A new malvertising campaign has been described and it has already hijacked over one billion sessions. According to a security researcher, the attack is perpetrated by well-known bad actor group eGobbler.

To run the attack, the group uses an exploit in the Webkit browser engine. Eliya Stein, a security researcher with Confiant disclosed the attack on Monday in a blog post. He said the group eGobbler is behind the exploit and over one billion ad impressions have already been hit.

Those attacks took place through August and September and targeted the Webkit engine Apple uses for its Safari browser. Of course, eGobbler has form in exploiting Apple services. Another session hacking attack was started by the group against iOS users in April.

“eGobbler is using this attack to drive victims to phishing pages,” Stein told Threatpost. “Normally a victim would have to click on an ad to be redirected to a landing page, but eGobbler is able to drive victims to their phishing pages without such interaction.”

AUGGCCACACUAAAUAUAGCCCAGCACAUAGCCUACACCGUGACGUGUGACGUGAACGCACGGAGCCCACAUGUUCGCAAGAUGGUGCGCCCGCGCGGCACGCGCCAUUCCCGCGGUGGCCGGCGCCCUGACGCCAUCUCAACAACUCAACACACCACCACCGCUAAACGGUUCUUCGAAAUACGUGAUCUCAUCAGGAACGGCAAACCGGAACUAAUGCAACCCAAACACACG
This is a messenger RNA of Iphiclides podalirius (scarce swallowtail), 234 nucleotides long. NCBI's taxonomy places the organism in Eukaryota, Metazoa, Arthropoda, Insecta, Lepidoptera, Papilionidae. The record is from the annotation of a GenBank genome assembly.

Like other session hijacking attacks, eGobbler redirects webpages to a malware infested site or landing page. These pages carry a pop-up that does not allow users to leave. Like normal confidence attacks, the landing pages have legitimate-looking ads, but a click on one of them will allow the malware to be deployed.

Attack

The bug in Webkit that is allowing the exploit originates in a cross-origin nested iframe. This is an HTML document that is embedded inside another HTML document on websites. When iframe autofocuses it bypasses the sandbox directive that gives users control over navigation.

“When the element in the iframe is focused automatically (as per the exploit) this tricks the browser into thinking that the victim took an explicit action in that iframe when the user then presses a key,” Stein said. “The exploit essentially tricks the browser into thinking the user initiated some sort of action inside the iframe when they did not.”

“With the inner frame automatically focused, the keydown event becomes a user activated navigation event, which renders the ad sandboxing entirely useless as a measure for forced redirect mitigation,” he added.

It is worth noting Apple was told about the problem early in August. Cupertino rolled out a fix that is in iOS 13 (for Safari 13.0.1) on September 24.